A few days ago, someone gave me a weighing scale for free. I summoned all my courage, stood on it and vowed to never do anything quite as self-esteem shattering ever again. When I told a friend of mine, she suggested I try Pilates. Watching a video of a Seiji Shimoda performance today, I figured I should take her advice. Whether or not I lose weight, I could always set up an alternative career as a performance artist.

Seiji Shimoda and the table

Seiji Shimoda and the table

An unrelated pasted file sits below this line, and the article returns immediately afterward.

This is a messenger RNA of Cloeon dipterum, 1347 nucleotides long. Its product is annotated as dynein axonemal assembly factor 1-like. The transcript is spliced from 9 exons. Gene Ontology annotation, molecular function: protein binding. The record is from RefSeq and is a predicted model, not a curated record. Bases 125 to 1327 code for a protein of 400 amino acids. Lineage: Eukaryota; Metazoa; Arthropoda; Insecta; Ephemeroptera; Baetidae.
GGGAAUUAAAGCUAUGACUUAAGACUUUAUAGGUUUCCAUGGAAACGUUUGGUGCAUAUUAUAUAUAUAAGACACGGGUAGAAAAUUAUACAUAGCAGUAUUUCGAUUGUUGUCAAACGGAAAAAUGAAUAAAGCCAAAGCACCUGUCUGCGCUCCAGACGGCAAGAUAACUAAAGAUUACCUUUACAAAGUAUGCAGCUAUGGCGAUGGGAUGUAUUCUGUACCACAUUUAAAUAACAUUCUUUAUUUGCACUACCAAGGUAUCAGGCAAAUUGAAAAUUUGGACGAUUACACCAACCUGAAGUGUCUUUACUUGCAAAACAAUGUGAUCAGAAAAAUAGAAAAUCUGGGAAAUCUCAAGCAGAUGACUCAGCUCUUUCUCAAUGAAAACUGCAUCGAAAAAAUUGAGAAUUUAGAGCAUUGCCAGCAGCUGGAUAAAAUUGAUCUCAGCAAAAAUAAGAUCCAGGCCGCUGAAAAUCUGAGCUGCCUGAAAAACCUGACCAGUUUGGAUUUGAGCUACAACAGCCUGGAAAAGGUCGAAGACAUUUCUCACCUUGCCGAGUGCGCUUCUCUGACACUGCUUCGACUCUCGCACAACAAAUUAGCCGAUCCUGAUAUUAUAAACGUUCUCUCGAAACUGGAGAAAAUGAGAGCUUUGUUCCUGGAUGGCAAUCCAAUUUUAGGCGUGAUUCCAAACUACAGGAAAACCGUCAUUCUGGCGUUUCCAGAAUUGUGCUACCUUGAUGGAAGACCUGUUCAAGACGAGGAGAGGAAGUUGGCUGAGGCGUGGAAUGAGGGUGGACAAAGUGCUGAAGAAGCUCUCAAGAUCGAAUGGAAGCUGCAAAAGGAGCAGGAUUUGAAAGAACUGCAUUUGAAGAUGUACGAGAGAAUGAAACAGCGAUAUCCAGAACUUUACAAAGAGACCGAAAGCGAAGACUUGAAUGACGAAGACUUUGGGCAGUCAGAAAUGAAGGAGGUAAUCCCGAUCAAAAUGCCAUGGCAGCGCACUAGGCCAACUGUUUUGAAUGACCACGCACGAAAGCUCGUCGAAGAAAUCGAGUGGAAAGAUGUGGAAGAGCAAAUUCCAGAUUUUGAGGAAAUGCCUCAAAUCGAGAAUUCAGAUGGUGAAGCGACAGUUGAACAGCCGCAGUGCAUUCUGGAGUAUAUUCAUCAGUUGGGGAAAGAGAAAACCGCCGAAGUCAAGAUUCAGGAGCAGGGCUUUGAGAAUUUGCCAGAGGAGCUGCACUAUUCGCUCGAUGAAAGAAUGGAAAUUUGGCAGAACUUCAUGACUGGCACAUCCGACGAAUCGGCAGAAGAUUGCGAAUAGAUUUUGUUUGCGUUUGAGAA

Performance art has a bad rep for being obscure, self-indulgent, a touch ridiculous and basically very, very weird. Because why on earth does a man put a banana on the floor, get down on his hand and knees, rest his head on said floor and then huff and puff at the banana as though he’s related to the wolf from the story of the Three Little Pigs? What point is made when a man wraps his head in pink wrapping paper and does a curious version of musical chairs? When a man carries a bucket around, asks the audience to spit into it and then upturns the same bucket on his head, what is communicated other than “get this man shampooed immediately”?  What is artistic about laying out a line of watermelon wedges, squashing them underfoot and then extracting the juice from the floor with a syringe? The only one I understood was a chilling one in which a man and his young son sit face to face and eat chips. Unexpectedly, from time to time, the father slaps himself and the kid follows suit. It was a somewhat frightening look at farcical systems of reward and punishment, ideas of self-worth and continuing cycles of self-inflicted violence. Shimoda didn’t do the self-slapping, watermelon-squelching and saliva hairpack. These were performances by artists who Shimoda has presented at festivals he’s organised and in which he’s participated. One of his performances that he showed had him doing some serious Pilates moves on a table, naked (naturally).